Massachusetts curbs compounding pharmacies after 2012 meningitis outbreak
BOSTON (Reuters) - Massachusetts Governor Deval Patrick signed a law Thursday to rein in compounding pharmacies, after tainted drugs produced by a local company sparked a meningitis outbreak in 2012 that killed 64 people across the United States.
The new law gives greater power to the state board that regulates such pharmacies which mix but do not manufacture drugs and are subject to lighter standards of oversight than drug manufacturers - and sets stricter licensing standards.
"Every patient deserves to know that the medication they are taking is safe," Patrick, a Democrat, said after signing the bill into law.
Under the Massachusetts legislation, the state's Board of Registration in Pharmacy will be required to participate in national reporting systems on pharmacies. It will be authorized to conduct unannounced inspections of pharmacies that hold the companies accountable to the newly raised standards.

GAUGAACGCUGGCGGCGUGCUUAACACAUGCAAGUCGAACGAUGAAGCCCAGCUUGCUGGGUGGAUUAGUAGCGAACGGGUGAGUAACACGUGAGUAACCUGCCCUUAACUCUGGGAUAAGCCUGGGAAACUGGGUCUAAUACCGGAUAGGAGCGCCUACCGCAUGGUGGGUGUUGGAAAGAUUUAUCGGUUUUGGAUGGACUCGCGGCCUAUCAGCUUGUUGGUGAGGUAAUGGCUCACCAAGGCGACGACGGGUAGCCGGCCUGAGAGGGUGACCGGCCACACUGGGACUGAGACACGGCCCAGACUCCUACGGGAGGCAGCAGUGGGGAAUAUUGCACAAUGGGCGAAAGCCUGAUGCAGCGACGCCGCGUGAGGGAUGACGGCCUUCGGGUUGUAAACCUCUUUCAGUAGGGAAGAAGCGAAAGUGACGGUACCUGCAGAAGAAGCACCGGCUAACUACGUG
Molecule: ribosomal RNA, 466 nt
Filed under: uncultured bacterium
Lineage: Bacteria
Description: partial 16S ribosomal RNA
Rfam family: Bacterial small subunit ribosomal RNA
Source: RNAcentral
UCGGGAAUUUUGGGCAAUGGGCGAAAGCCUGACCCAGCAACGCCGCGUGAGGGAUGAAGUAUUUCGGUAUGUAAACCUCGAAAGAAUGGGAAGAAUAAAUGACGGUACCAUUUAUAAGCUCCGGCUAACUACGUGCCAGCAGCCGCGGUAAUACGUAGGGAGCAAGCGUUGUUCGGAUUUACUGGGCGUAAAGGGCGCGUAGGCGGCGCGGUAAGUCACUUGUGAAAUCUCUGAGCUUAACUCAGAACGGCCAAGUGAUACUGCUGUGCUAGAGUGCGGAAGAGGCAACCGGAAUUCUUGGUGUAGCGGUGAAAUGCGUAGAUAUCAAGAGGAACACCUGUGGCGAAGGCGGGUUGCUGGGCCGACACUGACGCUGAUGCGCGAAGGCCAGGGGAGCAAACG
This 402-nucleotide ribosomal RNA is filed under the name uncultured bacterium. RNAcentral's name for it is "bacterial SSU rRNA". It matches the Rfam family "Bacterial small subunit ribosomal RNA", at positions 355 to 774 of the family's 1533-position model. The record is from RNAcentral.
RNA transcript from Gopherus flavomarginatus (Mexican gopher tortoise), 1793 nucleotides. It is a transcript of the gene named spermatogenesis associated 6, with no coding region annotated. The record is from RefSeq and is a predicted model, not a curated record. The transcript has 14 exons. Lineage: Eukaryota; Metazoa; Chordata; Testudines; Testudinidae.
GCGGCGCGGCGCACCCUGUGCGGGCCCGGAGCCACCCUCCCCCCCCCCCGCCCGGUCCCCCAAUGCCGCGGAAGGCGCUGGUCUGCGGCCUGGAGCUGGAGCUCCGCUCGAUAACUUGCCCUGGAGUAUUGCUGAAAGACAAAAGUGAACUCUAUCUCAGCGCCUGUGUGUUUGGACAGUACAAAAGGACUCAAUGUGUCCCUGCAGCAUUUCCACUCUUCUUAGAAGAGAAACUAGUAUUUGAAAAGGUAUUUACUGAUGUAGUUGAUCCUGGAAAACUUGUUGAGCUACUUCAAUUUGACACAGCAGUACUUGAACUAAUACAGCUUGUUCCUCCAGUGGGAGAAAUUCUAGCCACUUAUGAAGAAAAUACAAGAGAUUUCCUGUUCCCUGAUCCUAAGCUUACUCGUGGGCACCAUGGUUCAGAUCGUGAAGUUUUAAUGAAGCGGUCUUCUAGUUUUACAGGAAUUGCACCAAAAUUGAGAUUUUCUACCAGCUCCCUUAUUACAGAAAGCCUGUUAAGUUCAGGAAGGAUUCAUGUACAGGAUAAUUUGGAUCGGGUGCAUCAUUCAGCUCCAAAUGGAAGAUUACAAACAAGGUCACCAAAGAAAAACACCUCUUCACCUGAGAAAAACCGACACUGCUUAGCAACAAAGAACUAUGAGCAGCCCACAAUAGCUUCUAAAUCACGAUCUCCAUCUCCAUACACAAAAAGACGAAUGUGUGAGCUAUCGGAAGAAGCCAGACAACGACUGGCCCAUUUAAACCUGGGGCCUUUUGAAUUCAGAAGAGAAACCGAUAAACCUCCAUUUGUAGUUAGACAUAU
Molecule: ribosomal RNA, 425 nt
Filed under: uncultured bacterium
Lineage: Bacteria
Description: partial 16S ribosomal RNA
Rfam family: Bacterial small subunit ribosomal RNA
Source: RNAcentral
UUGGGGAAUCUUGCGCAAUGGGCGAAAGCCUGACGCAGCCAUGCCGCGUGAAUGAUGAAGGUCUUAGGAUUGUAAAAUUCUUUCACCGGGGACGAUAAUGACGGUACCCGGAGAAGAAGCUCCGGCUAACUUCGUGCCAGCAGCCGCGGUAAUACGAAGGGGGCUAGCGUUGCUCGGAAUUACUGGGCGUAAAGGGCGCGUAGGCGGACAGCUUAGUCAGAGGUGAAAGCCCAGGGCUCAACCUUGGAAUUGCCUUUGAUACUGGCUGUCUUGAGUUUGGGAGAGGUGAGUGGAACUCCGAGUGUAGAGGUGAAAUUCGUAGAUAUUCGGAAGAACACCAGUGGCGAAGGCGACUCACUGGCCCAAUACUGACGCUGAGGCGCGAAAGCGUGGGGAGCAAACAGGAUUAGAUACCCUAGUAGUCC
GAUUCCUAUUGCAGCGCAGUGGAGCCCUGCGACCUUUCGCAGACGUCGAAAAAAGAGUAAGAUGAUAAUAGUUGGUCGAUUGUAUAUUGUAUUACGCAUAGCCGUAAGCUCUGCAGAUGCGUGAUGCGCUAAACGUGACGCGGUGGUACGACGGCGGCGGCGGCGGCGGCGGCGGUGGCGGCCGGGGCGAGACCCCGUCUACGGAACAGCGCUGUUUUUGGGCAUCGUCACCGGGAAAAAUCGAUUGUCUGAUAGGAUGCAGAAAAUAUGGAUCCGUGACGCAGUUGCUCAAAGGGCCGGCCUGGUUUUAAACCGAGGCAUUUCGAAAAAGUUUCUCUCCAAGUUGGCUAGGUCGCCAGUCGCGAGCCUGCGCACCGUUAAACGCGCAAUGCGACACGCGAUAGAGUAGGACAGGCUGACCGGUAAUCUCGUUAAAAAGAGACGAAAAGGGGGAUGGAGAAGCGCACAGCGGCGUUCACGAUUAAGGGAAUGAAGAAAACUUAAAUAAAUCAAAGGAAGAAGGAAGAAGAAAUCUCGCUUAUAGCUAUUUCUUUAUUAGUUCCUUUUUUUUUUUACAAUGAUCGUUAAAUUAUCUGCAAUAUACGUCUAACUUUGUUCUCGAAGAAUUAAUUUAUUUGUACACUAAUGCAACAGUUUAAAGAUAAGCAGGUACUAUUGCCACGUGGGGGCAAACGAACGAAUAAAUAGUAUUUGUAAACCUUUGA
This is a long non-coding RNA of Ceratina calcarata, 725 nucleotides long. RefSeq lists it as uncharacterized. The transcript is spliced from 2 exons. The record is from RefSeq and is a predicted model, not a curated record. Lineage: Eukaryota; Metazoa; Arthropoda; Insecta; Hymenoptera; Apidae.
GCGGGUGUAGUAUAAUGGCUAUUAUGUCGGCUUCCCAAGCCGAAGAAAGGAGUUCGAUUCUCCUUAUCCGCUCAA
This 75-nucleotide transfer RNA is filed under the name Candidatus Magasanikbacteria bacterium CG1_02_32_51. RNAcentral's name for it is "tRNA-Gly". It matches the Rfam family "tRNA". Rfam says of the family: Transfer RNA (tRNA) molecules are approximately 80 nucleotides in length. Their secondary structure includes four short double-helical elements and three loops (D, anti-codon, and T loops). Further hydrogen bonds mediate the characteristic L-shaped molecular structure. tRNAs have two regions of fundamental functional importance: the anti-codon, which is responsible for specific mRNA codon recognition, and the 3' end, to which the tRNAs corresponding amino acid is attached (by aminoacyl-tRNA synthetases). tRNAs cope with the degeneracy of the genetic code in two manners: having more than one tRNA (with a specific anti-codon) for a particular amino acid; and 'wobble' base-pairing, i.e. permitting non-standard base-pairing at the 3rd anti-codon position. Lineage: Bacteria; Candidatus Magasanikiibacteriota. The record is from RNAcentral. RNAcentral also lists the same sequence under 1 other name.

In October 2012, regulators shut down the New England Compounding Center, a Framingham, Massachusetts-based company identified as the source of the tainted steroids that triggered the worst outbreak of fungal meningitis in U.S. history.
In response to the episode, U.S. President Barack Obama signed a law last year allowing, but not requiring, large compounding pharmacies to register with the U.S. Food and Drug Administration and adhere to federal regulations and standards.
The new law also directs the state’s Department of Public Health to develop a website that allows members of the public to search for data on compounding pharmacies, and increases the pharmacies’ obligation to provide more information about their products to consumers.
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